Monday, August 17, 2009

Havana Twist by Lia Matera

Protagonist: Willa Jansson
Setting: Cuba and Mexico City
Rating: 4.5
When attorney Willa Jansson's "superlefty" mom disappears in Cuba, Jansson sets out to find her, traveling back and forth between Havana and Mexico City. After several murders, former flame Homicide Lt. Don Surgelato joins her. I liked this book for several reasons: there's quite a bit of humor among the plot twists and turns (sort of like a Kinsey Millhone abroad) and because she depicts the Cuba of the 1990s with harsh accuracy. The hotel Willa stays at could have been the same one I once stayed at: one with a small, drab hotel room that reeked of mildew. Says Willa about a second trip to Havana: "I dreaded returning to Cuba, not because America had demonized it for forty years, but because of the scarcity and sadness hanging over it, swallowing up residents and tourists alike." This is the seventh and, as far as I can tell, the final Willa Jansson book in the series. It's a shame, because I would have liked to have read much more about Willa.

Saturday, August 15, 2009

The Angel's Game by Carlos Ruiz Zafon

Protagonist: David Martin
Setting: Barcelona
Rating: 4.0

When The Shadow of the Wind came out a few years ago, I devoured the novel, discussed it with friends, recommended it to other book lovers. I was smitten. Comes now the sequel, The Angel's Game, the story of a writer (David Martin) who sells his soul -- quite literally -- for immortality. He's writing pulp fiction for a magazine and living in poverty when a publisher comes calling with a deal: write a book creating a new religion and David will no longer have to worry about money - or his terminal illness. This publisher, Andreas Corelli, wears a lapel pin of an angel, but it turns out he is quite the opposite.

The story had several elements that should have enthralled me: it is high gothic, as lyrical as The Shadow and featured the Semperes and the Cemetery of Lost Books from the first book. However, the story failed to capture me. I put it down several times to read other books -- always a bad sign that I'm bored with a book. I did, however, stick with it -- this is the writer of one of my favorite books, after all. And the book does pick up in the second half. Still, the story is far darker than The Shadow and relies on a great amount of "woo-woo," some of it just too hard to believe.

Yet, given the many faults I found with it, the story did eventually ensnare me. No, it's not a great book; it's one that lives in the shadow of Ruiz Zafon's first book. Still, a good read.

Thursday, August 13, 2009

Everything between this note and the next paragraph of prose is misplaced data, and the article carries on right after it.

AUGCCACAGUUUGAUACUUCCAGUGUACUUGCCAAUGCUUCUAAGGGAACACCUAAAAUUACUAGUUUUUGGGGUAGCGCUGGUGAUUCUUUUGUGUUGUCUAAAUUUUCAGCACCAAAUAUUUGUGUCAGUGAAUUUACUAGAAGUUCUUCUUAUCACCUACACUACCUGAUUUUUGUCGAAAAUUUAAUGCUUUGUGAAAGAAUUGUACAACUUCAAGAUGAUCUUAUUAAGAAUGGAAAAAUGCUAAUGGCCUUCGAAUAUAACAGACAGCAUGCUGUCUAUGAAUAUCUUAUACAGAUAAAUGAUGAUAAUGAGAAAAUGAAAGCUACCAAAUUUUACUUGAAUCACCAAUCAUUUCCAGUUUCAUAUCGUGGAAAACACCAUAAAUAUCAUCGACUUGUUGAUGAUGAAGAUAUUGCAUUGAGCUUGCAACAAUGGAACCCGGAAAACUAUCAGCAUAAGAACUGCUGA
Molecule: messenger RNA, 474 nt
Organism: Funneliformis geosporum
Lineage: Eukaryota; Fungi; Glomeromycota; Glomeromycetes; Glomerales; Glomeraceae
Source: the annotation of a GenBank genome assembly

The Sweetness at the Bottom of the Pie by Alan Bradley

Protagonist: Flavia de Luce
Setting: Bishop’s Lacey, England, 1950s
Rating: 5.0

Flavia de Luce is a precocious 11-year-old chemist whiz who turns to detecting when her father is jailed for the murder of a man found in their garden. She was also the only one around when the man uttered his one dying word: “Vale.” This sets Flavia on a hunt for the truth, pigtails flying behind her as she zips through town on Gladys (her bicycle). The best part of this book are the eccentric characters which populate Bradley’s book (which includes Flavia’s two older sisters, who she is always tormenting – when they are not tormenting her). But there’s also a fine plot – involving a rare stamp stolen years ago and another death. And it turns out the man found dead in their garden was once a close school friend of her father’s, before they had a falling out. And so the plot thickens. This book utterly charmed me – and apparently others. At least two more books featuring Flavia are in the works.

Monday, August 03, 2009

River of Darkness by Rennie Airth

Protagonist: Scotland Yard Det. Insp. John Madden
Setting: English countryside
Rating: 5.0

This is the first of a trilogy, set in the years immediately after World War I, where both police and criminal have been affected by the war. Madden, whose wife and child died of influenza, carries the scars of wars, physically and emotionally. The criminal, a serial killer, also carries scars from long ago. Someone is killing entire families, but especially targeting the women, it seems. Madden and his team -- which includes Chief Inspector Angus Sinclair, young Detective Constable Billy Styles and, eventually, village bobby Will Stackpole -- methodically work to discover the identity of the killer and find him. This is as well done a police procedural as I've ever read, with the added layers of psychological mystery, wartime horrors and even romance for Madden. Before I'd ever finished it, I already had book two in hand.

Dying to Sin by Stephen Booth

Protagonists: Ben Cooper and Diane Fry
Setting: Pity Wood Farm, Peak District
Rating: 3.5

When construction workers uncover a skeleton at Pity Wood Farm, police are brought into the muddy, dilapidated farm to uncover the mystery of who this person is, as well. One of the farm's owners is dead, the other is an elderly man in a home, suffering from dementia. And the town, closed-mouthed to outsiders, isn't likely to offer up clues. Booth's series (this is the eighth) is very atmospheric, and this book doesn't disappoint in that regard. You can almost feel yourself mired in the mud along with police, or lost in the fog with Ben and Diane in one pivotal scene. However, I found the main characters' lives to have become, well, a bit dull in this book. Hopefully, that'll change in the next book.